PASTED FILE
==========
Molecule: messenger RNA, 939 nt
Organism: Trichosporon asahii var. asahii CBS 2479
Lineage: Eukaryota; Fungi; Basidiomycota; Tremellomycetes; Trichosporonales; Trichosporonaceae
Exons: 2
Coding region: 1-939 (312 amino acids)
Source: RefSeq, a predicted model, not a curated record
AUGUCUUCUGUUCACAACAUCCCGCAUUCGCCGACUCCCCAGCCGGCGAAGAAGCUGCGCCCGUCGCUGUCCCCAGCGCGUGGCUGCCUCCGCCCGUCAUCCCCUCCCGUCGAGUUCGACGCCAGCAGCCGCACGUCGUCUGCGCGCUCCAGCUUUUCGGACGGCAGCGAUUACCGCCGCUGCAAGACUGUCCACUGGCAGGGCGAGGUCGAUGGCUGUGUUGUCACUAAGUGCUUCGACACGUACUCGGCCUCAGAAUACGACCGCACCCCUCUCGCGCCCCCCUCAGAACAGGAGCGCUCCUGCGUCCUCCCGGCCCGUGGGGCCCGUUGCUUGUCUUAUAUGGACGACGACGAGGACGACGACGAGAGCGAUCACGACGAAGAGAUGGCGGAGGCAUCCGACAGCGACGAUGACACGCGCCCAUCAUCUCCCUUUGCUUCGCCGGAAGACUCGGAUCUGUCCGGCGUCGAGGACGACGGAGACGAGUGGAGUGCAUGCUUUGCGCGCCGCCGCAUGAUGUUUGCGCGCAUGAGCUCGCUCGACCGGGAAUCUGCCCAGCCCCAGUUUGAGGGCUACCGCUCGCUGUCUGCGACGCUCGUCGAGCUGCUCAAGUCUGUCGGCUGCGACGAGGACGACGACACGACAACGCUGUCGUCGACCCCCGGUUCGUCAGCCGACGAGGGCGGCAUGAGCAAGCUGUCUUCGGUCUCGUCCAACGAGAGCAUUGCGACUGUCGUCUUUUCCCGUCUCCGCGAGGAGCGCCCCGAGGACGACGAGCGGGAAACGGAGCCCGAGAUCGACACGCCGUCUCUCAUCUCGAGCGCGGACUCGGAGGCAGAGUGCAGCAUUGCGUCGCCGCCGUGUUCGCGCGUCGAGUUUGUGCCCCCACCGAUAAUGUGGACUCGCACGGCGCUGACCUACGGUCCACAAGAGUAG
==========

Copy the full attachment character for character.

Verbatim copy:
Molecule: messenger RNA, 939 nt
Organism: Trichosporon asahii var. asahii CBS 2479
Lineage: Eukaryota; Fungi; Basidiomycota; Tremellomycetes; Trichosporonales; Trichosporonaceae
Exons: 2
Coding region: 1-939 (312 amino acids)
Source: RefSeq, a predicted model, not a curated record
AUGUCUUCUGUUCACAACAUCCCGCAUUCGCCGACUCCCCAGCCGGCGAAGAAGCUGCGCCCGUCGCUGUCCCCAGCGCGUGGCUGCCUCCGCCCGUCAUCCCCUCCCGUCGAGUUCGACGCCAGCAGCCGCACGUCGUCUGCGCGCUCCAGCUUUUCGGACGGCAGCGAUUACCGCCGCUGCAAGACUGUCCACUGGCAGGGCGAGGUCGAUGGCUGUGUUGUCACUAAGUGCUUCGACACGUACUCGGCCUCAGAAUACGACCGCACCCCUCUCGCGCCCCCCUCAGAACAGGAGCGCUCCUGCGUCCUCCCGGCCCGUGGGGCCCGUUGCUUGUCUUAUAUGGACGACGACGAGGACGACGACGAGAGCGAUCACGACGAAGAGAUGGCGGAGGCAUCCGACAGCGACGAUGACACGCGCCCAUCAUCUCCCUUUGCUUCGCCGGAAGACUCGGAUCUGUCCGGCGUCGAGGACGACGGAGACGAGUGGAGUGCAUGCUUUGCGCGCCGCCGCAUGAUGUUUGCGCGCAUGAGCUCGCUCGACCGGGAAUCUGCCCAGCCCCAGUUUGAGGGCUACCGCUCGCUGUCUGCGACGCUCGUCGAGCUGCUCAAGUCUGUCGGCUGCGACGAGGACGACGACACGACAACGCUGUCGUCGACCCCCGGUUCGUCAGCCGACGAGGGCGGCAUGAGCAAGCUGUCUUCGGUCUCGUCCAACGAGAGCAUUGCGACUGUCGUCUUUUCCCGUCUCCGCGAGGAGCGCCCCGAGGACGACGAGCGGGAAACGGAGCCCGAGAUCGACACGCCGUCUCUCAUCUCGAGCGCGGACUCGGAGGCAGAGUGCAGCAUUGCGUCGCCGCCGUGUUCGCGCGUCGAGUUUGUGCCCCCACCGAUAAUGUGGACUCGCACGGCGCUGACCUACGGUCCACAAGAGUAG